If the printer doesn’t decelerate at all when going around a corner, there will be extreme ringing and possibly even overshot steps. But if the printer decelerates all the way to a stop at every corner, there will be extreme corner swell, and sharp corners will be impossible. How can the printer avoid falling into either of these extremes?

It turns out that paradoxes like this are pretty common among robotics applications where stepper motors are used, so much so that these systems have a simple little trick up their sleeve—so simple and reliable that the user rarely sees it. It’s called maximum jerk speed, and it represents the highest speed that the microprocessor assumes the printer can decelerate to and accelerate from instantaneously. (Even though the term “jerk” is shared with the formal physics concept of the third time derivative of position, the two concepts are quite distinct from each other, so it’s important to recognize the differences. Maximum jerk speed is indeed a speed, and printers typically measure it in mm/s.) This is a good compromise: the printer doesn’t hit a corner at full speed, so ringing is manageable; yet the printer doesn’t slow down to zero, so corner swell is minimized. The maximum allowable jerk speed tends to have a larger impact on ringing than acceleration does.

So how can we use these concepts to improve print quality?


Rigidity and Accuracy: Ringing

The more rigid a printer’s structure is, the less capacity it will have for ringing. The first solution is pretty simple; get out those tools, square the printer up, and tighten it down, with some appropriate Loctite for good measure! To take it to the next level, the frame of most RepRaps can often be stiffened with printed gusset plates and such.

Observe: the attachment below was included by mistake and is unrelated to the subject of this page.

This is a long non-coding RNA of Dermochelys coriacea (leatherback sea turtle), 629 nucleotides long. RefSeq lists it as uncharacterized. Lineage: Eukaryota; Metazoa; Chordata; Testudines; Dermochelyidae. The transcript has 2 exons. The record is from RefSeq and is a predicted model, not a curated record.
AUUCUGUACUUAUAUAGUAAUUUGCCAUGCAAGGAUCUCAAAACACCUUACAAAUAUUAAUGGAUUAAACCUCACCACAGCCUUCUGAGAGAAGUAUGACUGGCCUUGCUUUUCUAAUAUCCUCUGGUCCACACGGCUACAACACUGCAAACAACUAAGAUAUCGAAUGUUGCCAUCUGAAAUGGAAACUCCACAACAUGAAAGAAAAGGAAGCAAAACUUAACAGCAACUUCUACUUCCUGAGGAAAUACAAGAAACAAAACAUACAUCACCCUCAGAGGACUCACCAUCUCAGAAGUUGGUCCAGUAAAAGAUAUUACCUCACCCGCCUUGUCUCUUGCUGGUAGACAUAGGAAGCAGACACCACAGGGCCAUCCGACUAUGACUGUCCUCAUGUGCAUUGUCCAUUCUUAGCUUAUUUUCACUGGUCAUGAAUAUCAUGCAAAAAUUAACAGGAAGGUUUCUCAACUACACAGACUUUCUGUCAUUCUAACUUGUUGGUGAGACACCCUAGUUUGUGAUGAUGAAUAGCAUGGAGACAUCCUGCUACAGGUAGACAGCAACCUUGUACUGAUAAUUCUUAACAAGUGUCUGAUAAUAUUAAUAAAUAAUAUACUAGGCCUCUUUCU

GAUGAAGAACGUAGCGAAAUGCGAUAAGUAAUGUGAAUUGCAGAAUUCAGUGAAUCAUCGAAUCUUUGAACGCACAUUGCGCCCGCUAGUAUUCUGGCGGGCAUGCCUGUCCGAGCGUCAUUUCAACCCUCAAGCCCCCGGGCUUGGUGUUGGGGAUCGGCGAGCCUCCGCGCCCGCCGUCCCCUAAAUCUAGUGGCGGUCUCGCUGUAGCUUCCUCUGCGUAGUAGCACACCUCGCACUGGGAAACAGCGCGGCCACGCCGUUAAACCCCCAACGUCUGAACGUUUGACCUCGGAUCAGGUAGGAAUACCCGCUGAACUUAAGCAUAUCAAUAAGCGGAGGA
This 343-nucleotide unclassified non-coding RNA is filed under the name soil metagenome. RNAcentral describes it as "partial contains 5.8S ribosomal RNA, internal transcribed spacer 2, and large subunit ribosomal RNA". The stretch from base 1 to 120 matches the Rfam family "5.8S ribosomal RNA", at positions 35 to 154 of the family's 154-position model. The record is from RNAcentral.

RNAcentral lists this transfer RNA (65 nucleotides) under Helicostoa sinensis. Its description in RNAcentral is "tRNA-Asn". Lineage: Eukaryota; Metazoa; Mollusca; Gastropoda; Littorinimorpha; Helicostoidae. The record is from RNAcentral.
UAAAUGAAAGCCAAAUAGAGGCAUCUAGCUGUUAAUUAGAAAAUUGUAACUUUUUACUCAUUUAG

Proper belt tensioning is also important. Tensioning belts with inline springs that clip onto the belt is not recommended, because it introduces a huge amount of springiness into the position of the nozzle. The best tensioning systems are those that use one or more pairs of captive nuts and bolts, which allow you to precisely choose how tight you want the belt to be, and adjust it in precise, small, repeatable increments. Some printers come with these systems, but if yours doesn’t, you can find numerous printer-specific designs in various online file repositories, or design one yourself.

Extrusion Pressure: Corner Swell

All other things being equal, the lower the compression in the filament between the drive gear and melt zone, the better a printer will be at avoiding corner swell. Keeping the backpressure low by using a clean nozzle at a sufficiently high temperature is one of the only quick changes you can really do to a given printer. That being said, if you’re using a softer filament and you’re experiencing an undesirable level of corner swell, you can switch filament types to something more rigid, like PLA.

Electronics: Speed and Acceleration Control at Corners